Bulk (CC) = up to 85% to 90% recharged
    Absorb (CV) = up to 95% recharged
    Finish (CC) = 100% recharged

    Float (CV) = 27 volts

    Are you recharging your batteries to only 80% or less, at 28.75 volts max ?
    That could explain why your battery voltage decreases to 25 volts, so quickly.

    As your batteries are not Trojan but Costco, and unlikely supplied by Trojan,could be wrong, it would  be advisable to find out who manufacturers them and follow their recommendations, as all are not created equal, perhaps one of the smart guys here knows who supplies batteries to Costco. @mvas is however demonstrating the importance of fully charging, it appears the controller you are using is not, up to current technological standards for off grid.  A much better PWM controller  would be a better choice and is much cheaper than replacing the batteries, check the host's store, there are many to choose from, Schneider, Morningstar, Midnight etc. There is always MPPT but more expensive.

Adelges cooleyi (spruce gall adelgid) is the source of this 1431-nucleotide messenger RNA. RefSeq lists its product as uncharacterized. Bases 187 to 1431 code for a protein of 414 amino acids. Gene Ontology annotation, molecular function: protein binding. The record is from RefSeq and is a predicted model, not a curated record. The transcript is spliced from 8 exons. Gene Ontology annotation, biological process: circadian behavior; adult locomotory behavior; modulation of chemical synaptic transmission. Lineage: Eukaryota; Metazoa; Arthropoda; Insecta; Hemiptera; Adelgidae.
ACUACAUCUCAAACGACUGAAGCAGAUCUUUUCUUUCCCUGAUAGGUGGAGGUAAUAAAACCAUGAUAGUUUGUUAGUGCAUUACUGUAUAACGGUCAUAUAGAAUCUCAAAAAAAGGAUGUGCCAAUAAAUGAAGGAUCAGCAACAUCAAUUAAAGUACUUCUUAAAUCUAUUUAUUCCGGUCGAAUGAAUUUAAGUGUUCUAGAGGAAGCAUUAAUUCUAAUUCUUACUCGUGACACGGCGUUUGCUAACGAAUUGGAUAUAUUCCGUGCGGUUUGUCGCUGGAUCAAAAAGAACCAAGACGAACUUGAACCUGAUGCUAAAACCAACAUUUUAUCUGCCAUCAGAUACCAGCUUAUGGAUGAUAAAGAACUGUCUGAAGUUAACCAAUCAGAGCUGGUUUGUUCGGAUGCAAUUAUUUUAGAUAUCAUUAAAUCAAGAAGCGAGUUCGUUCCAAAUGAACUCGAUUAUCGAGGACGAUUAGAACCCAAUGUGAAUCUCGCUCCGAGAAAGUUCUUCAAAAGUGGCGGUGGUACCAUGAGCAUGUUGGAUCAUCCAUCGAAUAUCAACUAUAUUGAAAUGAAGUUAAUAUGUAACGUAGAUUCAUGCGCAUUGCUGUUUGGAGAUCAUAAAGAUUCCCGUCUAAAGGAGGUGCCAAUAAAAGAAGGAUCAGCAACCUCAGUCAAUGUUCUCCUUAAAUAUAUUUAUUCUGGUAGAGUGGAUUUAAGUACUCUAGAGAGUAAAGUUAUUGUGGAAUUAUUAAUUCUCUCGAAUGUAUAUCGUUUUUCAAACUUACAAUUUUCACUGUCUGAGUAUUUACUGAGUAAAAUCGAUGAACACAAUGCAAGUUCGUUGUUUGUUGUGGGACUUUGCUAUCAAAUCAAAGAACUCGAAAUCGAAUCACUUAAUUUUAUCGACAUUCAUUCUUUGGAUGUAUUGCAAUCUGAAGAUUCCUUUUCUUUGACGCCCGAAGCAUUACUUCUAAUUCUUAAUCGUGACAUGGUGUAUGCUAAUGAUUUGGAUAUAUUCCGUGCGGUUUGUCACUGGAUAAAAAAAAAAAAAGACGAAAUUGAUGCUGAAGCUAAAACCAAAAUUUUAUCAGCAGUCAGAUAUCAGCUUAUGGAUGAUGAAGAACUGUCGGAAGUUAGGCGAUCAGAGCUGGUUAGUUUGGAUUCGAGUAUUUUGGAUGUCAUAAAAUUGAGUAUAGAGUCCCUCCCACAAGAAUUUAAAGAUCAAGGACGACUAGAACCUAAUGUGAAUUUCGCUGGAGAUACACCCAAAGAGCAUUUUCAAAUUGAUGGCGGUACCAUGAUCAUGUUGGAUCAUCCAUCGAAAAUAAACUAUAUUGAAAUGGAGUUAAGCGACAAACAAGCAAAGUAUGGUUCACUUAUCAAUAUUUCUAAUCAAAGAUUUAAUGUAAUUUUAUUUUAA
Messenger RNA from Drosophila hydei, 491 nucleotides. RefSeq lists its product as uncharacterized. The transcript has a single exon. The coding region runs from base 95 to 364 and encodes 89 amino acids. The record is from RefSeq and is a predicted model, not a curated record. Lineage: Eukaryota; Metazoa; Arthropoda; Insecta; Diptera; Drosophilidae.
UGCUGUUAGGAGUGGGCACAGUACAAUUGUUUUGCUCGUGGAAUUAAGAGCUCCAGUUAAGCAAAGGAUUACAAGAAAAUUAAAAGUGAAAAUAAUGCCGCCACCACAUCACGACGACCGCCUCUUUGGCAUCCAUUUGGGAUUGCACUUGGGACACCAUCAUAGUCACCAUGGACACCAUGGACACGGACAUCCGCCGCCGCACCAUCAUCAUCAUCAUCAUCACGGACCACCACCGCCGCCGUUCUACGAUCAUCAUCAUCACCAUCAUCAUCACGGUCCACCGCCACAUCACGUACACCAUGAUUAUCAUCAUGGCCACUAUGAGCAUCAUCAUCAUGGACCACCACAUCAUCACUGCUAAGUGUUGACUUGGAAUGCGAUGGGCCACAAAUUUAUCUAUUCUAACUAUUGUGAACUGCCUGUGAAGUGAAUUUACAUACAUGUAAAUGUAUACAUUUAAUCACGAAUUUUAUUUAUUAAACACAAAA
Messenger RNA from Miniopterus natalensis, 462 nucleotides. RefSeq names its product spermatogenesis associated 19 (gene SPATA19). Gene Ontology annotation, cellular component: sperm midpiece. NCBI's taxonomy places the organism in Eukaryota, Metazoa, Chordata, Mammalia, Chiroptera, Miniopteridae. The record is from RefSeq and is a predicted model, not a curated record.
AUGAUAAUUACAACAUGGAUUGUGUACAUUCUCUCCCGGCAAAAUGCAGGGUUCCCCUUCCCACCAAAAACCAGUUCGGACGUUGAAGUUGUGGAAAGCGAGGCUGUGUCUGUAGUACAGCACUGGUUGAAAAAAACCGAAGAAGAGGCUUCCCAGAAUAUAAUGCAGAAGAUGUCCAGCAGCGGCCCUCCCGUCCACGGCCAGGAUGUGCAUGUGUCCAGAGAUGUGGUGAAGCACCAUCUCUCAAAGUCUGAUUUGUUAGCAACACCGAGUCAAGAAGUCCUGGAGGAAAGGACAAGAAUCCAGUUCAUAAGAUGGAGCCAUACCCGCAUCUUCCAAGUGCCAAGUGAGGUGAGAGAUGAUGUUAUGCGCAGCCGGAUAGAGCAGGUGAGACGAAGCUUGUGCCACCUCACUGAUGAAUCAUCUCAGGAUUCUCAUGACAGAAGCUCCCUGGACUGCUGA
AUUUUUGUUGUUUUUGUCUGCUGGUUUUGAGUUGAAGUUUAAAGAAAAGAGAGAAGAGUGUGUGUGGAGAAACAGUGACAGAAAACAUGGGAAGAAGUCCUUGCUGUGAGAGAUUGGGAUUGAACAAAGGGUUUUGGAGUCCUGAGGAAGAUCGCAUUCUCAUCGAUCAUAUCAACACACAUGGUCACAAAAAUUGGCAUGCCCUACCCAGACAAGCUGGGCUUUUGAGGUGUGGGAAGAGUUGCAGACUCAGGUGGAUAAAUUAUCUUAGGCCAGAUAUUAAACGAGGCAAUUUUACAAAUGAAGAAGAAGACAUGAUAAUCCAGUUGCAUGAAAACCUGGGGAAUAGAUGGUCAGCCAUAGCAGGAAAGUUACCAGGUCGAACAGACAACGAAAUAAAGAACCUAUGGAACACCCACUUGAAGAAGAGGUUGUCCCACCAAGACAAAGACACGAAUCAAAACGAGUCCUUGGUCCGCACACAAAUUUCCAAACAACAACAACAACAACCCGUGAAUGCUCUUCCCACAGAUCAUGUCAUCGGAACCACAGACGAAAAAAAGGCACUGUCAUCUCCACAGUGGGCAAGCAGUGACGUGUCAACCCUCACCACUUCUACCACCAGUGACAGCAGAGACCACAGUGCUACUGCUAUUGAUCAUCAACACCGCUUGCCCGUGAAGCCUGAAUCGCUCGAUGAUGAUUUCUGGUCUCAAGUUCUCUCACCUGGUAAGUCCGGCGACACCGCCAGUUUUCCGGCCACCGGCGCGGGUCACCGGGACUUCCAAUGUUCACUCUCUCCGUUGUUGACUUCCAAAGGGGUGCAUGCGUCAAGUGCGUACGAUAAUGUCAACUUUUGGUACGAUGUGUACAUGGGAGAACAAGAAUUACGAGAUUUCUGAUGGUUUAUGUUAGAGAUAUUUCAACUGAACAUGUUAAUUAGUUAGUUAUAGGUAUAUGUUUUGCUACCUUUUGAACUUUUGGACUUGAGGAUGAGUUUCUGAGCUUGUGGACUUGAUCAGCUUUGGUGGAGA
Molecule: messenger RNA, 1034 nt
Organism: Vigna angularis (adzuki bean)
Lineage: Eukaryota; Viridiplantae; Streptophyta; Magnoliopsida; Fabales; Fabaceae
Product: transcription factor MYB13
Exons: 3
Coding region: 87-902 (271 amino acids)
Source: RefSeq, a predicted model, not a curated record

1500W, 6× Schutten 250W Poly panels , Schneider MPPT 60 150 CC, Schneider SW 2524 inverter, 400Ah LFP 24V nominal battery bank 
    Second system 1890W  3 × 300W No name brand poly, 3×330 Sunsolar Poly panels, Morningstar TS 60 PWM controller, no name 2000W inverter 400Ah FLA 24V nominal used for water pumping and day time air conditioning.  
    5Kw Yanmar clone single cylinder air cooled diesel generator for rare emergency charging and welding.
  • mvasmvas Registered Users Posts: 338 ✭✭✭
    edited February 2017 #26